Drying brings stability
Salt dough is a great handicraft material that has delighted young and old for many decades. The production of the mass and the subsequent handicrafts are fun and lure a lot of creativity out of us. After the works are finished, the crafting process is far from over. If you want to admire the results longer, you have to dry them. As a result, they no longer lose their shape and last a long time.
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Drying salt figures, but how?
There are basically two options for drying salt dough figures:
- Air drying
- Drying in the oven
Both methods allow the dough to dry, but they cannot be used in any way for optimal results. Which method is more suitable depends largely on the characters themselves. Of course, also about whether there is a stove nearby.
Flat or relief-like figures?
The high temperature in the oven lets the salt dough dry faster than the air can. However, the oven is not always the best choice.
- Oven is suitable for flat figures
- also for evenly shaped works of art
If you want to dry salt figures that are relief-like or thicker in some places, you should do without the fast oven. Even if small children would like to hold their finished works of art in their hands right away, a little patience is required. In the case of uneven works, the oven simply does not produce beautiful results, they are defaced by the heat. After that, one or the other tear can roll down.
- Air dry uneven shapes for a long time
- the shapes are retained
Regardless of which type of drying you have decided on, the figures should always first air dry for a few hours. This strengthens the given shape and withstands intense heat better.
Dry the salt dough in the oven
- Line a baking sheet with parchment paper.
- Carefully place the salt dough figures on the baking paper so that they do not break. They shouldn't touch each other so as not to stick together later.
- Heat can crack the dough or ruin the beautiful work of art with unsightly bubbles. Brush the figures with a neutral cooking oil. This makes the dough more elastic and stays nice and flat.
- Initially only heat the oven to 50 ° C.
- Slide the tray onto the middle rail and leave the oven door ajar for at least the first hour.
- Maintain the low temperature: one hour per 1 cm of thickness.
- Then increase the temperature to 120 ° C.
- Bake your works in about 1 hour at this temperature. Smaller figures could be finished a little earlier, larger figures can stay in the oven for up to 75 minutes.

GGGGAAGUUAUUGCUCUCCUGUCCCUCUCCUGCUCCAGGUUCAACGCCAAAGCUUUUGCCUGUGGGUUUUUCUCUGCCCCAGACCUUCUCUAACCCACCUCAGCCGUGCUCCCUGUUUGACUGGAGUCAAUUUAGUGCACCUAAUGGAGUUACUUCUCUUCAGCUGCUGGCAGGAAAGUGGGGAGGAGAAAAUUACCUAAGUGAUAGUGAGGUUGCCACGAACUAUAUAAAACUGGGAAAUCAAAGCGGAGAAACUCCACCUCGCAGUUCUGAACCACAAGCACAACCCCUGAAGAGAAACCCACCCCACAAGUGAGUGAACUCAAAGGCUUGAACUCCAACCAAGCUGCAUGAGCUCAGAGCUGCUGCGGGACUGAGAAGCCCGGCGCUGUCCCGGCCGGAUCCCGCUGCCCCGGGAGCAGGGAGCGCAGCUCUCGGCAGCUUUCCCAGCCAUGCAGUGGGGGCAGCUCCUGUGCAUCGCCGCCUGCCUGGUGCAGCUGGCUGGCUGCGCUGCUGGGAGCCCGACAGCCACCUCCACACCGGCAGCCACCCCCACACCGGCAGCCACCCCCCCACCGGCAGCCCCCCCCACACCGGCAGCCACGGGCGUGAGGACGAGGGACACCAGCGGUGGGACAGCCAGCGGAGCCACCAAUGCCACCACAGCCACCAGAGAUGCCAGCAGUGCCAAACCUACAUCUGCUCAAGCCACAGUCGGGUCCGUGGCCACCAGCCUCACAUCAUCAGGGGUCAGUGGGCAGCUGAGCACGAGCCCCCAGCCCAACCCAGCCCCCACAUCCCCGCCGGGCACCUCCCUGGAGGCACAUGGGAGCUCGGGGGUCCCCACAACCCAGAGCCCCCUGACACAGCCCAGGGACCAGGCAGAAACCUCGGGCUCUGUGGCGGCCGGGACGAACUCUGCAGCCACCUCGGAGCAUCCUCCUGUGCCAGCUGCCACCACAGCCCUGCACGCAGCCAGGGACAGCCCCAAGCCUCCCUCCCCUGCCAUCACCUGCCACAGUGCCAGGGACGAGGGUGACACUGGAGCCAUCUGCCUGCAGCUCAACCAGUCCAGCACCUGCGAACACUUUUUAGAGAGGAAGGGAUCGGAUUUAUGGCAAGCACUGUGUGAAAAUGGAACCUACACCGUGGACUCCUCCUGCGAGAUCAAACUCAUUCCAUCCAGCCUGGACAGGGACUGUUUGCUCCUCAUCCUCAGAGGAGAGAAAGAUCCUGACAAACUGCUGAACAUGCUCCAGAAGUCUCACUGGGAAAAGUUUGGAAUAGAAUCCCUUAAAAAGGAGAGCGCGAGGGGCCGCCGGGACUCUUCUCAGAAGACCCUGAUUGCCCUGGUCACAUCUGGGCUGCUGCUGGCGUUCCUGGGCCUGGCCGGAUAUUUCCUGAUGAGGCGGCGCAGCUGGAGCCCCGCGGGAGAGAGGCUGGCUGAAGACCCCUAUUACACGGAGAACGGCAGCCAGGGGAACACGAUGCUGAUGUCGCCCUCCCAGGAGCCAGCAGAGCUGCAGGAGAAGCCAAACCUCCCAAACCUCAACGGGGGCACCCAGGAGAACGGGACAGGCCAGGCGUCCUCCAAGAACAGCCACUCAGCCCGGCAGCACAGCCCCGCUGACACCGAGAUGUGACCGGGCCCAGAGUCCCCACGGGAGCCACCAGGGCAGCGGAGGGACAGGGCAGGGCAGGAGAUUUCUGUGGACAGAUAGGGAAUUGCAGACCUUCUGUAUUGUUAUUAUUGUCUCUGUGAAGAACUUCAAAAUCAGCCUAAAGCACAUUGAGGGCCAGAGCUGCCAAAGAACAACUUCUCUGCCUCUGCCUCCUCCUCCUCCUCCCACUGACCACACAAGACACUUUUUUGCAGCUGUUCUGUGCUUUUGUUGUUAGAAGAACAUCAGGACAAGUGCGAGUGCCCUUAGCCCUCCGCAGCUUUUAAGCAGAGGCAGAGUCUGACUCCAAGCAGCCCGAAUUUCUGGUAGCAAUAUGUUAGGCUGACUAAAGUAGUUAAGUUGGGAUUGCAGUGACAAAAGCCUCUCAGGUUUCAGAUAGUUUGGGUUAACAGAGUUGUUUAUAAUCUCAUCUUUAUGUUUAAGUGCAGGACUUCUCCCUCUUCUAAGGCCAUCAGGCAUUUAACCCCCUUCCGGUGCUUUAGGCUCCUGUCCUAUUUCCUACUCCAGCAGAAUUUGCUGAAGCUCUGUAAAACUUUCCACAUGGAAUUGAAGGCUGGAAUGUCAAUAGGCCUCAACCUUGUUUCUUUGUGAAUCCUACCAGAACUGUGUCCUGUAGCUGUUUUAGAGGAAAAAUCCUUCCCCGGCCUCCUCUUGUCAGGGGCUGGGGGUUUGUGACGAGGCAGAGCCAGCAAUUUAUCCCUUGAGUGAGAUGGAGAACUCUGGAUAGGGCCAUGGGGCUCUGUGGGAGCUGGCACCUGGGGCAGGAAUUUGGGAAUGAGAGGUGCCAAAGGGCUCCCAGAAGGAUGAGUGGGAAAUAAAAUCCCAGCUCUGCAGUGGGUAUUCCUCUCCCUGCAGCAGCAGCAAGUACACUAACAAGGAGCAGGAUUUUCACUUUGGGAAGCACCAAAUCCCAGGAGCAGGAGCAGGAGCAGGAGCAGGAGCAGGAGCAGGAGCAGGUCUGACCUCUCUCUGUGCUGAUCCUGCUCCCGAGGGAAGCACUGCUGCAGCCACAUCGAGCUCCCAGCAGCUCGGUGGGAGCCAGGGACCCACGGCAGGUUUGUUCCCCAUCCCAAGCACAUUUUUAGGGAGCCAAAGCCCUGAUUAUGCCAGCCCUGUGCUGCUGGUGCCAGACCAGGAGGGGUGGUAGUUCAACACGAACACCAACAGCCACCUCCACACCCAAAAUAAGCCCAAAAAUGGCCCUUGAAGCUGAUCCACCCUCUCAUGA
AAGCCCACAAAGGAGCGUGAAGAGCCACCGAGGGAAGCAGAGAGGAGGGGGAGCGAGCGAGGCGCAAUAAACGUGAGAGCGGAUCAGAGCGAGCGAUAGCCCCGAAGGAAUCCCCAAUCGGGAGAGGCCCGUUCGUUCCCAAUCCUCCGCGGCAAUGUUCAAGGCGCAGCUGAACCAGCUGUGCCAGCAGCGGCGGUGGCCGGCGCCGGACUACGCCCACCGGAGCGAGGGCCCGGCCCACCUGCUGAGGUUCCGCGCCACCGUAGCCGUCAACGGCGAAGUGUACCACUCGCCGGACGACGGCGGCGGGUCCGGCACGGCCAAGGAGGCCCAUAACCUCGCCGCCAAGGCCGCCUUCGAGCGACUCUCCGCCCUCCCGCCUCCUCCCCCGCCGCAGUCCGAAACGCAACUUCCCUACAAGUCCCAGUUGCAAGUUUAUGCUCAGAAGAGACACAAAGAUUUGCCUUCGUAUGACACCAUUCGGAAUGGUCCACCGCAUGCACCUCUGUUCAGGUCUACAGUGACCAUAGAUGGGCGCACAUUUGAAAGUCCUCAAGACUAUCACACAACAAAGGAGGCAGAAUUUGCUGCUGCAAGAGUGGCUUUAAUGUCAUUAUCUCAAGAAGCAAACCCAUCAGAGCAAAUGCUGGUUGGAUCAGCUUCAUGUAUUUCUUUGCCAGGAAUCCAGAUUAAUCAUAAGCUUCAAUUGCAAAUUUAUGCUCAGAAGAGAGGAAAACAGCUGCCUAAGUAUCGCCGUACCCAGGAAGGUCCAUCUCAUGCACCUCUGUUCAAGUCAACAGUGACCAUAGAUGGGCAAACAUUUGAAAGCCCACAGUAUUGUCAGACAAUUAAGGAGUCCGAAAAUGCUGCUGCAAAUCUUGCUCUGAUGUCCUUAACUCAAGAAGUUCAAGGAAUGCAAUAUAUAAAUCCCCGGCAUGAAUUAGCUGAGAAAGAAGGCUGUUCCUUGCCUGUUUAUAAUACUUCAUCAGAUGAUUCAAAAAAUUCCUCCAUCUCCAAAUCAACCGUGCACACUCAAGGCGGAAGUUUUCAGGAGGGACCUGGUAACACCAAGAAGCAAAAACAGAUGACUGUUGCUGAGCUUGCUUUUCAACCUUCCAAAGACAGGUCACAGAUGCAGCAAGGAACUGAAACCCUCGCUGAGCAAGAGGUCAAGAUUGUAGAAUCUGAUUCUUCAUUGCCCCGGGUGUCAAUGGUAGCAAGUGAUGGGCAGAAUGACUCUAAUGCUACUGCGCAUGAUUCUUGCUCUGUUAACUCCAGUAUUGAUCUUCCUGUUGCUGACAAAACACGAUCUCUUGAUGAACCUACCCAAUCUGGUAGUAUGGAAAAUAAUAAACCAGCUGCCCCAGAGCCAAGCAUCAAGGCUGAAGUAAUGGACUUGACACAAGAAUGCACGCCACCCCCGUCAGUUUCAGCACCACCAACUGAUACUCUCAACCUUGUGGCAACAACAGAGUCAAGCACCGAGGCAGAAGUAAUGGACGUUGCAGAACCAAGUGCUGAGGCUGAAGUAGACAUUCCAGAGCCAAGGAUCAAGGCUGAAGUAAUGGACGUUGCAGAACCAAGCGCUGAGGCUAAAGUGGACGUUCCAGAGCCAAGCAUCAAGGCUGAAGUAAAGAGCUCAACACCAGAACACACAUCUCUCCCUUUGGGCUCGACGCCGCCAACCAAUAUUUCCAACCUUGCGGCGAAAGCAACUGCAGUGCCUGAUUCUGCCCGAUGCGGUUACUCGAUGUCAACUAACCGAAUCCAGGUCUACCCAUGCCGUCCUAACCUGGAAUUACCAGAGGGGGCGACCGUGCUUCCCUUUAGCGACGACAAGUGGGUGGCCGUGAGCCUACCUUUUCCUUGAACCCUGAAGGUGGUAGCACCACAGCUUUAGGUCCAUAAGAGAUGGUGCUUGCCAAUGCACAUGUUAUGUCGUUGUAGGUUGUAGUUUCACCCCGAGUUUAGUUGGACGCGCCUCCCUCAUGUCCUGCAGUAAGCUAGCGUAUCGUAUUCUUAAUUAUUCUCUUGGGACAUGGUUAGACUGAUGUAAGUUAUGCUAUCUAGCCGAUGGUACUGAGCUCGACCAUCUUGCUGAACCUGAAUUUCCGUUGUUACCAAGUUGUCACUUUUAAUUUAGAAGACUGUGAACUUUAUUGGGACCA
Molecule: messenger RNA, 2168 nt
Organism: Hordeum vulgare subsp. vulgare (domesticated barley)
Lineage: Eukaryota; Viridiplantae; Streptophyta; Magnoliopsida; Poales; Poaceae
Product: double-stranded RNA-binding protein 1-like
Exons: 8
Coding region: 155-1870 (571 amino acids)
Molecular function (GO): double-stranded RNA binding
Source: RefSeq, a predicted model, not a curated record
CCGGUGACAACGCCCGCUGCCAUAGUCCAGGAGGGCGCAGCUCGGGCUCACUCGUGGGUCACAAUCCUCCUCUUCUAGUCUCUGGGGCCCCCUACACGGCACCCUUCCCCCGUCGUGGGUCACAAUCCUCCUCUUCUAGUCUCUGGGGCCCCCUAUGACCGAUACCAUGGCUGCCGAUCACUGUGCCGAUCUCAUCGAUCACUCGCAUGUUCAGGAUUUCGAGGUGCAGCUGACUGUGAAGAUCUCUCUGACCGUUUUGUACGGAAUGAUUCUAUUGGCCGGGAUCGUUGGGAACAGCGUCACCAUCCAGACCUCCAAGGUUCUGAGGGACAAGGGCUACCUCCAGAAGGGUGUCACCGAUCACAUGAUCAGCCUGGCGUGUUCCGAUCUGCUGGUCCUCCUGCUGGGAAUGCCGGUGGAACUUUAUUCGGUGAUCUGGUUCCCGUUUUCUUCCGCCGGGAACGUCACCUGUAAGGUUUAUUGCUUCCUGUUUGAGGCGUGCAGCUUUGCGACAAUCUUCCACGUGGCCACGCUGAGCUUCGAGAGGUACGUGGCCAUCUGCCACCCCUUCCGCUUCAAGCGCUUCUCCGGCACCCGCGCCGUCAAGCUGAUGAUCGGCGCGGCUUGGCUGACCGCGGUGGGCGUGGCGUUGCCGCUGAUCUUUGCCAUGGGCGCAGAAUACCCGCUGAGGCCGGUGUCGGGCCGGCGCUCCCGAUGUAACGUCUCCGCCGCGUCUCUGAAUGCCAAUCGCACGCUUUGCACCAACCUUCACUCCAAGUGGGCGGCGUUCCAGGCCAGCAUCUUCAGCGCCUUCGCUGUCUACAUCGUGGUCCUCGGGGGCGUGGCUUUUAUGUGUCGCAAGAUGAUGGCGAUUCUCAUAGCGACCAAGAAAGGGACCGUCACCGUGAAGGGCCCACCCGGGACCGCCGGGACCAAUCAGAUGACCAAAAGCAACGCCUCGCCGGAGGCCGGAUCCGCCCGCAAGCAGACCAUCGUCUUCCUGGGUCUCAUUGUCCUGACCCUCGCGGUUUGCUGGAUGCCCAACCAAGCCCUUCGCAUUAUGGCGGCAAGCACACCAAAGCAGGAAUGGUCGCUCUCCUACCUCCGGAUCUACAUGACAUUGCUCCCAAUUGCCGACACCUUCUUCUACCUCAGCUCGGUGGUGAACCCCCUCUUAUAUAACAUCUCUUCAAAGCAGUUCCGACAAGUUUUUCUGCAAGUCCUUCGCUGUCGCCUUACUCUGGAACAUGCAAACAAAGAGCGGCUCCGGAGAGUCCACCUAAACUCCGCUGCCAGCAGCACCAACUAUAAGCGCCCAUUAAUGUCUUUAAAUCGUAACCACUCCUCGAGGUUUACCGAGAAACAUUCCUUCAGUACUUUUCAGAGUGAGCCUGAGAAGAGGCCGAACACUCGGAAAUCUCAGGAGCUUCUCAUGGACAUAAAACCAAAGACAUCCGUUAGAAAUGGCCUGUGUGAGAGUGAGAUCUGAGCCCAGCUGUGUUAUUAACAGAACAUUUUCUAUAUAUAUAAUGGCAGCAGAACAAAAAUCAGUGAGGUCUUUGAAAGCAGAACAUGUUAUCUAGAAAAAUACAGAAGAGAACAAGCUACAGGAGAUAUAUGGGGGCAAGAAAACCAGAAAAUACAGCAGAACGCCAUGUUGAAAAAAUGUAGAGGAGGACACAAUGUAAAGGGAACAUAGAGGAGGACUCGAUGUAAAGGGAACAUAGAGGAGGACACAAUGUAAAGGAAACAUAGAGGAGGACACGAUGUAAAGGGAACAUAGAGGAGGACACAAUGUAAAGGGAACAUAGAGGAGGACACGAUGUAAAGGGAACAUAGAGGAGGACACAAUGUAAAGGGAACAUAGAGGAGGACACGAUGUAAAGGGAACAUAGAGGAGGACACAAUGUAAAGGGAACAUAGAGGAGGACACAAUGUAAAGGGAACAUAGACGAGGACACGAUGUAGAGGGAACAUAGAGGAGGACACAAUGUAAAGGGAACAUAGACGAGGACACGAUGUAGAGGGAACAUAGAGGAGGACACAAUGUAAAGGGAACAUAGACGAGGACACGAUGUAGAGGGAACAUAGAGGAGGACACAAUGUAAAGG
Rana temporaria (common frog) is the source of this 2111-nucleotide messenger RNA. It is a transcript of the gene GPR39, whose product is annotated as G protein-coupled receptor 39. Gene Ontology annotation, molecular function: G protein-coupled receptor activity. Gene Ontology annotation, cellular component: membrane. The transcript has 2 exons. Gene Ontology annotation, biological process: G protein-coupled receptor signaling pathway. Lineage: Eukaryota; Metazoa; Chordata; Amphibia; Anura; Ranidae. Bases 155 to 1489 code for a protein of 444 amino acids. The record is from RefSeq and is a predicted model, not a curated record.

Slow and gentle air drying
Air drying is a time-consuming process that requires patience and a suitable place where the figures can lose their moisture unscathed.
- Line a large tray with parchment paper.
- Distribute the dough figures on top, with a little space between them.
- Put the tray in a dark room where there is little moisture. Damp bathrooms, kitchens with steaming dishes and laundry rooms are less suitable.
- Turn the figurines every few days if possible without damaging them.
- Test whether the figures have dried sufficiently. To do this, carefully press the figures with one finger. Feel whether the pond is still giving way slightly or is very hard.
- Thick figures can occasionally secrete salt when drying, but this is not a problem.
- When the figures are completely dry, you can make them further as you wish.
Allow two days for drying for every 1 cm of thickness. Depending on the air temperature and humidity in the room, this value can vary a little.
Conclusion for quick readers
- Stability: The drying of salt figures strengthens the shape and gives durability
- Methods: Air dry slowly or quickly in the oven
- First step: Always allow the figures to air dry for a few hours.
- Oven: Suitable for flat and even works
- Temperature: per cm of thickness 1 hour at 50 ° C .; then about 1 hour at 120 ° C .; Leave a gap open
- Tip: Brush with oil to avoid cracks and bubbles
- Air drying: Suitable for relief-like and uneven works
- Location: In a dry and dark room; approx. 2 days per cm of thickness
- Test: press the figure lightly with your finger. If it gives way, it is not dry yet
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